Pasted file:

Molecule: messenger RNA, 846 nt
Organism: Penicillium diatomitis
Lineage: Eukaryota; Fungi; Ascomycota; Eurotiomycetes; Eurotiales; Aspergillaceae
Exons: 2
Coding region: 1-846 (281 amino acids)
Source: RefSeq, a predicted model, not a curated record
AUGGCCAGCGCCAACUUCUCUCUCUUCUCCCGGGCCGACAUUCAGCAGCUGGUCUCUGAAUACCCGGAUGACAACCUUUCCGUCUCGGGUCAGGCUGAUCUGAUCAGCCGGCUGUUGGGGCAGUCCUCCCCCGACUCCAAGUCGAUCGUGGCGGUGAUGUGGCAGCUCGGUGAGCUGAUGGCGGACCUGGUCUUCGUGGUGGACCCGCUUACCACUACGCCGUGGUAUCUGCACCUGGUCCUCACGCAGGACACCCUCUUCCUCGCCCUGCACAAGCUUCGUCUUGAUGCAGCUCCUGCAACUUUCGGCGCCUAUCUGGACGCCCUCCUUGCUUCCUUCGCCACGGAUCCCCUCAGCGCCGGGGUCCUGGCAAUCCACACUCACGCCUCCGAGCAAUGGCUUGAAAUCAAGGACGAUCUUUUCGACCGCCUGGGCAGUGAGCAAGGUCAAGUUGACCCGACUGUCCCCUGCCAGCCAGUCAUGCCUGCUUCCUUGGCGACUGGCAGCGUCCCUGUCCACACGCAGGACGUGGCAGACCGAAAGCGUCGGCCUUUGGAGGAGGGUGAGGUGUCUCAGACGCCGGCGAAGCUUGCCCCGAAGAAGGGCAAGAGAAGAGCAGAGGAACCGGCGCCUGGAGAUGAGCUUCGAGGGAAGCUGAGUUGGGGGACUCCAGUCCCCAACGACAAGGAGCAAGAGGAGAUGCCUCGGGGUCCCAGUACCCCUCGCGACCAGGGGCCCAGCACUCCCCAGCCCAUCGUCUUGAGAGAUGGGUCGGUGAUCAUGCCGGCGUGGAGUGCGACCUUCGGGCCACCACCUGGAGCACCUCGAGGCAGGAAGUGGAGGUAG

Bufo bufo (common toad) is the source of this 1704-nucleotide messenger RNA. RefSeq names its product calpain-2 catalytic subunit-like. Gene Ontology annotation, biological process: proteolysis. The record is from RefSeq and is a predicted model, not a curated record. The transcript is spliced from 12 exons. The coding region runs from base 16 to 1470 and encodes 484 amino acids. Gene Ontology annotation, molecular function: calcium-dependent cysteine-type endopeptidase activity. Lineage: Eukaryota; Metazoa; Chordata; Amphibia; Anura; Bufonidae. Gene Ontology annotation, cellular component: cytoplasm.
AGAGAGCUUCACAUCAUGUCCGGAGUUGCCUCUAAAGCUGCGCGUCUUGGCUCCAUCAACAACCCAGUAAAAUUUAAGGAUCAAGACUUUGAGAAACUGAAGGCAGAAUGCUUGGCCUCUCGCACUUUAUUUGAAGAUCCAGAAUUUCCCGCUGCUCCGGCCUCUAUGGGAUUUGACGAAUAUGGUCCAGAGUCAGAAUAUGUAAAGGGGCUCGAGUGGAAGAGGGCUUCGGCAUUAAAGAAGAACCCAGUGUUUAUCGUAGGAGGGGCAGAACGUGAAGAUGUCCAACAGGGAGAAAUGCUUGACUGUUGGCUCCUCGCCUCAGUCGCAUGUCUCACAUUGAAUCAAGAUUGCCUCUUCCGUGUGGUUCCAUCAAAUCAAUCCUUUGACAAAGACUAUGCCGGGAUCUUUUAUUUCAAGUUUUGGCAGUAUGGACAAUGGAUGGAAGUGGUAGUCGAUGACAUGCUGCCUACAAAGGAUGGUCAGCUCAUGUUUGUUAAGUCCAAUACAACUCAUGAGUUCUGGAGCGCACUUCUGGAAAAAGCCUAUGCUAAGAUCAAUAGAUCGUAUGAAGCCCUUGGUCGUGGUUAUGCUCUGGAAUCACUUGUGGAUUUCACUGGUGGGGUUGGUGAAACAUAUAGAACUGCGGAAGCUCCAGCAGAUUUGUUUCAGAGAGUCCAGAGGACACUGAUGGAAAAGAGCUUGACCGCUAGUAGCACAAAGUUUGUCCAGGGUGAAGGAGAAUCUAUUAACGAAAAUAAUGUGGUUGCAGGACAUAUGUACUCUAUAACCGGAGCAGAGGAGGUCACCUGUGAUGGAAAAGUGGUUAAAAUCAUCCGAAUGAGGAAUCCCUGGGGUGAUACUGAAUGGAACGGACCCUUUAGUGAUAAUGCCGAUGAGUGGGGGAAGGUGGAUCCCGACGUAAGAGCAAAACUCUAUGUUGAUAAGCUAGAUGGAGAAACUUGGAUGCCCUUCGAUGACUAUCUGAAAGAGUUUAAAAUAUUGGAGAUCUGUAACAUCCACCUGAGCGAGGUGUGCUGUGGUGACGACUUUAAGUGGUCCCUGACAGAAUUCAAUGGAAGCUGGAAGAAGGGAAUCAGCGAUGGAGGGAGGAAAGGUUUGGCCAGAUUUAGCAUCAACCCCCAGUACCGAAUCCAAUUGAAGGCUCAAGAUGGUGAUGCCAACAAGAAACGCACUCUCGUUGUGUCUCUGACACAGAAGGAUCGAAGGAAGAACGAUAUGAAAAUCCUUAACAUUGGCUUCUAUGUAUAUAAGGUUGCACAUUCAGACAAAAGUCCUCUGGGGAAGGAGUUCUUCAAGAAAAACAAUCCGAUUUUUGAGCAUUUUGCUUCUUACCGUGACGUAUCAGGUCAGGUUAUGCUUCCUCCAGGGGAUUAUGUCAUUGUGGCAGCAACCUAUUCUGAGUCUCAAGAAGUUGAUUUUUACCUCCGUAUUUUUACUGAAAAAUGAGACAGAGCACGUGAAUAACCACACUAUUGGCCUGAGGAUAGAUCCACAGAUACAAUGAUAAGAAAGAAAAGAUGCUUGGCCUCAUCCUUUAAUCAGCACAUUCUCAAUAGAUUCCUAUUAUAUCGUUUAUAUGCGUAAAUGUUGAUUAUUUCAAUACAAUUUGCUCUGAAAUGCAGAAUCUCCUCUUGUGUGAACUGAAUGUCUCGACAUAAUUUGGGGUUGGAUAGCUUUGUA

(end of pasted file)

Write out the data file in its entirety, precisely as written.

Molecule: messenger RNA, 846 nt
Organism: Penicillium diatomitis
Lineage: Eukaryota; Fungi; Ascomycota; Eurotiomycetes; Eurotiales; Aspergillaceae
Exons: 2
Coding region: 1-846 (281 amino acids)
Source: RefSeq, a predicted model, not a curated record
AUGGCCAGCGCCAACUUCUCUCUCUUCUCCCGGGCCGACAUUCAGCAGCUGGUCUCUGAAUACCCGGAUGACAACCUUUCCGUCUCGGGUCAGGCUGAUCUGAUCAGCCGGCUGUUGGGGCAGUCCUCCCCCGACUCCAAGUCGAUCGUGGCGGUGAUGUGGCAGCUCGGUGAGCUGAUGGCGGACCUGGUCUUCGUGGUGGACCCGCUUACCACUACGCCGUGGUAUCUGCACCUGGUCCUCACGCAGGACACCCUCUUCCUCGCCCUGCACAAGCUUCGUCUUGAUGCAGCUCCUGCAACUUUCGGCGCCUAUCUGGACGCCCUCCUUGCUUCCUUCGCCACGGAUCCCCUCAGCGCCGGGGUCCUGGCAAUCCACACUCACGCCUCCGAGCAAUGGCUUGAAAUCAAGGACGAUCUUUUCGACCGCCUGGGCAGUGAGCAAGGUCAAGUUGACCCGACUGUCCCCUGCCAGCCAGUCAUGCCUGCUUCCUUGGCGACUGGCAGCGUCCCUGUCCACACGCAGGACGUGGCAGACCGAAAGCGUCGGCCUUUGGAGGAGGGUGAGGUGUCUCAGACGCCGGCGAAGCUUGCCCCGAAGAAGGGCAAGAGAAGAGCAGAGGAACCGGCGCCUGGAGAUGAGCUUCGAGGGAAGCUGAGUUGGGGGACUCCAGUCCCCAACGACAAGGAGCAAGAGGAGAUGCCUCGGGGUCCCAGUACCCCUCGCGACCAGGGGCCCAGCACUCCCCAGCCCAUCGUCUUGAGAGAUGGGUCGGUGAUCAUGCCGGCGUGGAGUGCGACCUUCGGGCCACCACCUGGAGCACCUCGAGGCAGGAAGUGGAGGUAG

Bufo bufo (common toad) is the source of this 1704-nucleotide messenger RNA. RefSeq names its product calpain-2 catalytic subunit-like. Gene Ontology annotation, biological process: proteolysis. The record is from RefSeq and is a predicted model, not a curated record. The transcript is spliced from 12 exons. The coding region runs from base 16 to 1470 and encodes 484 amino acids. Gene Ontology annotation, molecular function: calcium-dependent cysteine-type endopeptidase activity. Lineage: Eukaryota; Metazoa; Chordata; Amphibia; Anura; Bufonidae. Gene Ontology annotation, cellular component: cytoplasm.
AGAGAGCUUCACAUCAUGUCCGGAGUUGCCUCUAAAGCUGCGCGUCUUGGCUCCAUCAACAACCCAGUAAAAUUUAAGGAUCAAGACUUUGAGAAACUGAAGGCAGAAUGCUUGGCCUCUCGCACUUUAUUUGAAGAUCCAGAAUUUCCCGCUGCUCCGGCCUCUAUGGGAUUUGACGAAUAUGGUCCAGAGUCAGAAUAUGUAAAGGGGCUCGAGUGGAAGAGGGCUUCGGCAUUAAAGAAGAACCCAGUGUUUAUCGUAGGAGGGGCAGAACGUGAAGAUGUCCAACAGGGAGAAAUGCUUGACUGUUGGCUCCUCGCCUCAGUCGCAUGUCUCACAUUGAAUCAAGAUUGCCUCUUCCGUGUGGUUCCAUCAAAUCAAUCCUUUGACAAAGACUAUGCCGGGAUCUUUUAUUUCAAGUUUUGGCAGUAUGGACAAUGGAUGGAAGUGGUAGUCGAUGACAUGCUGCCUACAAAGGAUGGUCAGCUCAUGUUUGUUAAGUCCAAUACAACUCAUGAGUUCUGGAGCGCACUUCUGGAAAAAGCCUAUGCUAAGAUCAAUAGAUCGUAUGAAGCCCUUGGUCGUGGUUAUGCUCUGGAAUCACUUGUGGAUUUCACUGGUGGGGUUGGUGAAACAUAUAGAACUGCGGAAGCUCCAGCAGAUUUGUUUCAGAGAGUCCAGAGGACACUGAUGGAAAAGAGCUUGACCGCUAGUAGCACAAAGUUUGUCCAGGGUGAAGGAGAAUCUAUUAACGAAAAUAAUGUGGUUGCAGGACAUAUGUACUCUAUAACCGGAGCAGAGGAGGUCACCUGUGAUGGAAAAGUGGUUAAAAUCAUCCGAAUGAGGAAUCCCUGGGGUGAUACUGAAUGGAACGGACCCUUUAGUGAUAAUGCCGAUGAGUGGGGGAAGGUGGAUCCCGACGUAAGAGCAAAACUCUAUGUUGAUAAGCUAGAUGGAGAAACUUGGAUGCCCUUCGAUGACUAUCUGAAAGAGUUUAAAAUAUUGGAGAUCUGUAACAUCCACCUGAGCGAGGUGUGCUGUGGUGACGACUUUAAGUGGUCCCUGACAGAAUUCAAUGGAAGCUGGAAGAAGGGAAUCAGCGAUGGAGGGAGGAAAGGUUUGGCCAGAUUUAGCAUCAACCCCCAGUACCGAAUCCAAUUGAAGGCUCAAGAUGGUGAUGCCAACAAGAAACGCACUCUCGUUGUGUCUCUGACACAGAAGGAUCGAAGGAAGAACGAUAUGAAAAUCCUUAACAUUGGCUUCUAUGUAUAUAAGGUUGCACAUUCAGACAAAAGUCCUCUGGGGAAGGAGUUCUUCAAGAAAAACAAUCCGAUUUUUGAGCAUUUUGCUUCUUACCGUGACGUAUCAGGUCAGGUUAUGCUUCCUCCAGGGGAUUAUGUCAUUGUGGCAGCAACCUAUUCUGAGUCUCAAGAAGUUGAUUUUUACCUCCGUAUUUUUACUGAAAAAUGAGACAGAGCACGUGAAUAACCACACUAUUGGCCUGAGGAUAGAUCCACAGAUACAAUGAUAAGAAAGAAAAGAUGCUUGGCCUCAUCCUUUAAUCAGCACAUUCUCAAUAGAUUCCUAUUAUAUCGUUUAUAUGCGUAAAUGUUGAUUAUUUCAAUACAAUUUGCUCUGAAAUGCAGAAUCUCCUCUUGUGUGAACUGAAUGUCUCGACAUAAUUUGGGGUUGGAUAGCUUUGUA